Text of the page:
HOW TO PREPARE A JOB INSTRUCTION
There are four "get ready" points when tackling problems with job Instruction Program...and 5S is a big part of the answer.
The four get ready points are:
- Make a timetable
- Breakdown the job
- Have everything ready: the right tools, equipment, supplies and material
- Have everything properly arranged - just as the worker will be expected to keep it
In the Job Instruction program, participants learn about "how to make a timetable" by planning the training matrix and "how to breakdown the job" by writing a Job Breakdown Sheet. This covers the first two get ready points quite well. But what about the other two? Is it enough to simply tell the participants: "have everything ready and arranged"?
The simple answer is "no", it is not enough. In fact, I may be the first to tell you from experience that without these two get ready points fully thought through and acted on, your Job Instruction program is likely to fall flat on its face.
What does it mean to "have everything ready"? On one particular job instruction target, we did all of our homework: good communication, everyone involved, all JBS were written and vetted, tools were in place, areas were cleaned up and organized. Once we had commenced training however, the problems began to set in.
Most of us know that 5S thinking is the key to a successful 5S program. What this means is questioning things like equipment and materials. For example: "do I have the right materials in place, in the right quantities?" By applying this first level of 5S thinking (stratification) to materials we can come to a conclusion about those materials state of "readiness". We can then find problems that prevent us from having a stable process in the first place. This is where Job Instruction fails and shines.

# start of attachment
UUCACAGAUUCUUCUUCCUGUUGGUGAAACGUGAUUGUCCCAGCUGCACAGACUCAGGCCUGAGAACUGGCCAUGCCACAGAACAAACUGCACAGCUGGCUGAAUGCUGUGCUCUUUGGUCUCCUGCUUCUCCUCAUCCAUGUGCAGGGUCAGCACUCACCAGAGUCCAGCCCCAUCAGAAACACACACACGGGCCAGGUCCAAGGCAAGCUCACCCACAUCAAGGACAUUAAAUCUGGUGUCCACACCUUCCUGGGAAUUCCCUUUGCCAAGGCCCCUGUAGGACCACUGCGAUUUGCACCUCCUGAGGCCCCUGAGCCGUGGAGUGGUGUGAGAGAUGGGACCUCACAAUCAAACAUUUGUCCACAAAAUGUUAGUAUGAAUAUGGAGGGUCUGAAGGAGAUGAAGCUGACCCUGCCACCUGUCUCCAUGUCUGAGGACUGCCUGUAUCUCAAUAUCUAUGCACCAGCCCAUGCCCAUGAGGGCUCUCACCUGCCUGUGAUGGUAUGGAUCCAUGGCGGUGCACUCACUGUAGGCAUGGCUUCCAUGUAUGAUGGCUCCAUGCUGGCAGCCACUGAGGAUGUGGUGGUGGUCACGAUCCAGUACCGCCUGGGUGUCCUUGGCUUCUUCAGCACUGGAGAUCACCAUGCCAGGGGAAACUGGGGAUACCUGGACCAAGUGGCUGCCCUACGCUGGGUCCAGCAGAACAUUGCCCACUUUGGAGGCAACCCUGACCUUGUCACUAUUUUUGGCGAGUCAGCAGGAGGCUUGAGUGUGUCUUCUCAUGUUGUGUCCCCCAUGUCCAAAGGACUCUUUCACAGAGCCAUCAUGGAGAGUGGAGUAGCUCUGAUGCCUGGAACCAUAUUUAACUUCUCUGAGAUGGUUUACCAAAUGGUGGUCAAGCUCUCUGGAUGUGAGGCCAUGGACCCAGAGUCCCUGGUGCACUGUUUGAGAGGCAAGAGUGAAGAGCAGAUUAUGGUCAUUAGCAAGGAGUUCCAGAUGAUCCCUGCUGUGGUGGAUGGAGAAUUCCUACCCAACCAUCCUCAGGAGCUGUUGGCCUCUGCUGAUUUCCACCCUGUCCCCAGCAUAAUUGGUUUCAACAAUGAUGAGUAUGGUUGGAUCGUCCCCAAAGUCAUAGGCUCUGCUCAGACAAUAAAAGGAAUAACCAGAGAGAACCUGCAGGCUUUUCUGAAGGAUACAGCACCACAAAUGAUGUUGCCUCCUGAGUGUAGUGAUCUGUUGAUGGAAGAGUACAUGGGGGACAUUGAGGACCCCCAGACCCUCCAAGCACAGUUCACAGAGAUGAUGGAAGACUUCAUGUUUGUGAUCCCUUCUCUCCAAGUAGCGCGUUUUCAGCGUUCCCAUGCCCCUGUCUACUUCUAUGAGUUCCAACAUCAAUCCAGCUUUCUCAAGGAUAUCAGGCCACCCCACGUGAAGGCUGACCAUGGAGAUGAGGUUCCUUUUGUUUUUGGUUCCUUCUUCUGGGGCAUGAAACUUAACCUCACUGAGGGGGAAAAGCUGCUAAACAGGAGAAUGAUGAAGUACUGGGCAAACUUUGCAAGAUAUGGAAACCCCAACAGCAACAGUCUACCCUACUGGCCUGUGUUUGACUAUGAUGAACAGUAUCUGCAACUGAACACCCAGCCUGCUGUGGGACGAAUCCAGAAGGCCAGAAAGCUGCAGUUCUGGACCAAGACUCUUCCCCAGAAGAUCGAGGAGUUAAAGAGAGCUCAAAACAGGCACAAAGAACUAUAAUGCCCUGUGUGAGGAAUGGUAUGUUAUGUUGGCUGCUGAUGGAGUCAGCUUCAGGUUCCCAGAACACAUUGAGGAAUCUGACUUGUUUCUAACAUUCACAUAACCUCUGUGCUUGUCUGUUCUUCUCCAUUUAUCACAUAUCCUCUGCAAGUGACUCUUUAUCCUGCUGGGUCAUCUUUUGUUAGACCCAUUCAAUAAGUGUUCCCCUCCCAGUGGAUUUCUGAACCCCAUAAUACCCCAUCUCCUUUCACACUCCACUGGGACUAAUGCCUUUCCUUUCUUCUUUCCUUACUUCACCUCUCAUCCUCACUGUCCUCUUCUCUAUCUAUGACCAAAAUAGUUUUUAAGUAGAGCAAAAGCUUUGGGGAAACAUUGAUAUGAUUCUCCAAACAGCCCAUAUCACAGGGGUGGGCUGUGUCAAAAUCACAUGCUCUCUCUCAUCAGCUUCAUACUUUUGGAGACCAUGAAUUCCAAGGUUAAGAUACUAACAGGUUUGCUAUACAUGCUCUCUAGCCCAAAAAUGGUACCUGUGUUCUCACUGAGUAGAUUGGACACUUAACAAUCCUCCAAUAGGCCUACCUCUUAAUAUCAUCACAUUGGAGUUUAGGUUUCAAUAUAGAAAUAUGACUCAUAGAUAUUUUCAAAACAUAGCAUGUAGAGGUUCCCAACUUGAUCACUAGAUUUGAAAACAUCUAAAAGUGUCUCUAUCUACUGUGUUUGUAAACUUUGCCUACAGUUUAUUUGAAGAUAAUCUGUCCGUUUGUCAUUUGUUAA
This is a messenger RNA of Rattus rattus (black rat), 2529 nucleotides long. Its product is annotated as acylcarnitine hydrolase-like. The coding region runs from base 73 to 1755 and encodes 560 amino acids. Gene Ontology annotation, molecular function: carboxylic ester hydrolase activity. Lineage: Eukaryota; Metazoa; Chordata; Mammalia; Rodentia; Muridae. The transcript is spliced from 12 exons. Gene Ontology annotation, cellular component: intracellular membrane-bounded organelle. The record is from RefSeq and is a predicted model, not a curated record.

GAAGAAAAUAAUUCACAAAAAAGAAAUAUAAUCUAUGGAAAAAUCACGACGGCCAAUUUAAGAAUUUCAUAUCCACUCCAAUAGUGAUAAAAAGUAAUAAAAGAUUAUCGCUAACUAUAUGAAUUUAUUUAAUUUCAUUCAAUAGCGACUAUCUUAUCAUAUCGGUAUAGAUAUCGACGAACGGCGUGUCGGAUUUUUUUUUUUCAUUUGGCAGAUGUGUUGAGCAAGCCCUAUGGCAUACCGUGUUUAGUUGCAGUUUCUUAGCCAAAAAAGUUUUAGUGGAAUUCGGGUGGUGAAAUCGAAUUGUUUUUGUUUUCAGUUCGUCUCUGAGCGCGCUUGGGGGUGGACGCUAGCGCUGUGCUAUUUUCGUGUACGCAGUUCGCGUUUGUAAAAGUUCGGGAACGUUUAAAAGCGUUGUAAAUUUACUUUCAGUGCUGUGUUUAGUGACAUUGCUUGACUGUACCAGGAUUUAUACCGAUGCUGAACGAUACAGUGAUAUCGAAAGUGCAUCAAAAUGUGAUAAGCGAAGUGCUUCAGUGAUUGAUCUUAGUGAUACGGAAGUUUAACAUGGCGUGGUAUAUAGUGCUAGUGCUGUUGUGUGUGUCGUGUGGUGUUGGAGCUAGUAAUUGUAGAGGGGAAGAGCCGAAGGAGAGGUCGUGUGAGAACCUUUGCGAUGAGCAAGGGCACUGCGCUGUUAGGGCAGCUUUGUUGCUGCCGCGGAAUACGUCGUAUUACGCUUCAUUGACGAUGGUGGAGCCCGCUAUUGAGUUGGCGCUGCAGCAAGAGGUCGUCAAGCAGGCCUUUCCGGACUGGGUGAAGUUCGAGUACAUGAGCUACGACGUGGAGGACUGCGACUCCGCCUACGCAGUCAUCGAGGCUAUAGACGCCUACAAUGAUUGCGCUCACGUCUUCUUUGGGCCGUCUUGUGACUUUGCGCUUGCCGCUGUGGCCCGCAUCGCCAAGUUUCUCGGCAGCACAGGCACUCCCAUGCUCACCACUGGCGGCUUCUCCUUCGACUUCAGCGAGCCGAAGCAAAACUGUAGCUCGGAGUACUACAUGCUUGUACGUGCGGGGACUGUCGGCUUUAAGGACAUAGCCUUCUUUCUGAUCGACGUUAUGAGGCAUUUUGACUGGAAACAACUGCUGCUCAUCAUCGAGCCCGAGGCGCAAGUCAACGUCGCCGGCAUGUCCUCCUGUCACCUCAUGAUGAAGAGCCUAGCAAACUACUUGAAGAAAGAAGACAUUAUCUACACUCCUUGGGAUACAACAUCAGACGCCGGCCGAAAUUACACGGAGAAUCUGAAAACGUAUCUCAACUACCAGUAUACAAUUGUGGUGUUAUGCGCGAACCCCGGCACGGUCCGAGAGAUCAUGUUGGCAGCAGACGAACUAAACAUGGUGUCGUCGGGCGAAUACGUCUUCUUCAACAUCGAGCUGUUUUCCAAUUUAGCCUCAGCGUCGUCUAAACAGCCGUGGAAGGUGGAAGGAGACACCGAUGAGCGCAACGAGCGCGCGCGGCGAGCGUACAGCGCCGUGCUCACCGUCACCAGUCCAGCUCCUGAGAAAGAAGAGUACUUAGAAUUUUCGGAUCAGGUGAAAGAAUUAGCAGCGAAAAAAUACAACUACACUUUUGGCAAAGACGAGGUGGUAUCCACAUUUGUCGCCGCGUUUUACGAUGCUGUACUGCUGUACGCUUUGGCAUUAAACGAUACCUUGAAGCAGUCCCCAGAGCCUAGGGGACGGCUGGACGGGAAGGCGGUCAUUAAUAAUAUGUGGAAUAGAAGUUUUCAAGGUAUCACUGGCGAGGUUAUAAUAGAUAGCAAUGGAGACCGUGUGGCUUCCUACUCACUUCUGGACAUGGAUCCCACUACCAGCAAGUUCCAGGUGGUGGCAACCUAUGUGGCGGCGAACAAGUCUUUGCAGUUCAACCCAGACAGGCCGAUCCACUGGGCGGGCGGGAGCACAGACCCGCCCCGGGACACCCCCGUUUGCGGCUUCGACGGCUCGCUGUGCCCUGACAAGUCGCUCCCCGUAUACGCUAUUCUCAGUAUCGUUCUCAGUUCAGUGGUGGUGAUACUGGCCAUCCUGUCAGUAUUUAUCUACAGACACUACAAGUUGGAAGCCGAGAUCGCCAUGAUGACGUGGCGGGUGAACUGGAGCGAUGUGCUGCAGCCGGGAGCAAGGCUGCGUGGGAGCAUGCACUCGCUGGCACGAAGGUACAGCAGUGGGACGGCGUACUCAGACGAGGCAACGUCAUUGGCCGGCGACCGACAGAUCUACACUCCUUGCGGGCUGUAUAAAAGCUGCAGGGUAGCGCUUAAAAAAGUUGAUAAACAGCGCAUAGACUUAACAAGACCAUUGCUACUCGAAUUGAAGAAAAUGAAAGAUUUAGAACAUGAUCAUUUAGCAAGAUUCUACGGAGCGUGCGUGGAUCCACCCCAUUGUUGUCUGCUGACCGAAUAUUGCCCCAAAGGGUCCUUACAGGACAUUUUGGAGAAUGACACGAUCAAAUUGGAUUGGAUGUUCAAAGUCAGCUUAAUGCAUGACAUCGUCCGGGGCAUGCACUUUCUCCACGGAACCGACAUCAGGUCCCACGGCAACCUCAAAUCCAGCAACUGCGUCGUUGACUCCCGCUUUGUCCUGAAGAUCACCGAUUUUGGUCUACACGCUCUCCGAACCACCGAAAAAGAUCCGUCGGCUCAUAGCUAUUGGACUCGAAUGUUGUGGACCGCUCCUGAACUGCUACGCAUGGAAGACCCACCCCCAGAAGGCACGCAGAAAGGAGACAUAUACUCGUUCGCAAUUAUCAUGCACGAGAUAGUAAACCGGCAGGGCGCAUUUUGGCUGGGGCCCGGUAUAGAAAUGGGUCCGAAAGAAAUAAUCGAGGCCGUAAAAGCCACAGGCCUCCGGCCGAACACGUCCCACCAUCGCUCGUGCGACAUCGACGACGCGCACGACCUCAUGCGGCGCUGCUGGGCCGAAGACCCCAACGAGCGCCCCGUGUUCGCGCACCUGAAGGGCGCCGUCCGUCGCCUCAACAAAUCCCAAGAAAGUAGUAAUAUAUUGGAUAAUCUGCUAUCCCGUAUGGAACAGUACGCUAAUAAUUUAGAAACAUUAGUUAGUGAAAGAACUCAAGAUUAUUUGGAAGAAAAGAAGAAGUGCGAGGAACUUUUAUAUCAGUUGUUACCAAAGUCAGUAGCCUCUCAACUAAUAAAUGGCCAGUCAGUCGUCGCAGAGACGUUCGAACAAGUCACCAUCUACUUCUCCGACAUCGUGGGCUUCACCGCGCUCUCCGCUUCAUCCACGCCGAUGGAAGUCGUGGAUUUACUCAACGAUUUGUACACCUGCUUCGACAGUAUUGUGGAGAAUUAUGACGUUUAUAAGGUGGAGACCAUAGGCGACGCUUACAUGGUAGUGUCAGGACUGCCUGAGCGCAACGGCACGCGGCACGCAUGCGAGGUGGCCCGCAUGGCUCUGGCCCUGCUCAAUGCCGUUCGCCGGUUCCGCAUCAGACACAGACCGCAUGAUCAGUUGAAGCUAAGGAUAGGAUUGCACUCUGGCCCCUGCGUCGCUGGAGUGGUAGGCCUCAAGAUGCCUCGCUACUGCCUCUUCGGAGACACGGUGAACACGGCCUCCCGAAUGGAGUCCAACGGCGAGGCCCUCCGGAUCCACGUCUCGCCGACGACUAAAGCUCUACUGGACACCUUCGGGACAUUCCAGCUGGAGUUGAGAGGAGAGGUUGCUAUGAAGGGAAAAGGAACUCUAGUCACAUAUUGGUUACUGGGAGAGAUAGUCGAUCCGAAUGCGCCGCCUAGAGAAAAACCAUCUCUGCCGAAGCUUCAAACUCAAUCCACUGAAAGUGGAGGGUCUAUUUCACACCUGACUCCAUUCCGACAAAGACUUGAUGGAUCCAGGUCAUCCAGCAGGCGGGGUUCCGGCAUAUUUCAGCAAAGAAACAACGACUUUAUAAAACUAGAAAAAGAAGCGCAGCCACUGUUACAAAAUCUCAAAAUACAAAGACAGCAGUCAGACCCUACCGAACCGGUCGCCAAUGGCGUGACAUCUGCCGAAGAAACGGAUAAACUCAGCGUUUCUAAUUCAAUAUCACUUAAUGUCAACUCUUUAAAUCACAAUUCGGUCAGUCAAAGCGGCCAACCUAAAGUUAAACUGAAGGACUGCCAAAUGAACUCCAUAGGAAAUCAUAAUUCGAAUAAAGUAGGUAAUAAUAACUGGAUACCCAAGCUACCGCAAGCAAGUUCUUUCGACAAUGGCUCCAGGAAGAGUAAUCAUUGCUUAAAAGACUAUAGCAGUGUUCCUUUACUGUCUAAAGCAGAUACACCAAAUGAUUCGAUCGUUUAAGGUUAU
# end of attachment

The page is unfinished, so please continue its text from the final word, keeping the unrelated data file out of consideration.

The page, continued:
Job Instruction programs will fail if we fail to embrace 5S thinking. If we accept defective parts co-mingling in our raw materials, how should we expect our training to go? As planned? Hardly so. In fact, this is often the reason why many people say jobs can't be standardized. Because we don't question the thousands of details and problems at a basic 5S level, we often accept them as givens, therefore, our training must account for all of these variables.
Bad materials, material shortages, or too many materials causing excessive handling all contribute to non-standardized processes that inhibit our ability to produce standardized training. The same can be said for equipment. Machine stops are not standardized, yet the occur and we accept them. In this sense, embracing TPM thinking and encouraging that behavior is an excellent way to "prepare for instruction". If we want a standardized, trouble-free process that is illustrated through world class hassle free training, then 5S and TPM is part of the JI preparation process.
This of course helps us highlight the problem of non-standardization itself. When we write a Job Breakdown Sheet, a well trained Lean practitioner can see these process problems. This is why JI is often used in Kaizen style sessions, where one Job Breakdown Sheet may produce one dozen Kaizen improvement opportunities. By implementing the solutions, the job can then be standardized.
Getting these improvements in place, seeing that they work and ensuring that the new standard doesn't backslide requires enormous effort. This back to basics approach also needs a systematic vehicle to ensure that it's use is reinforced everyday. This is why 5S, JI and other simple continuous improvement skills are best utilized in the hands of well training supervisors. It is also why a JI follow up guide and session was planned as time went on: people using the system realized that their people required ongoing leadership for any continuous improvement program.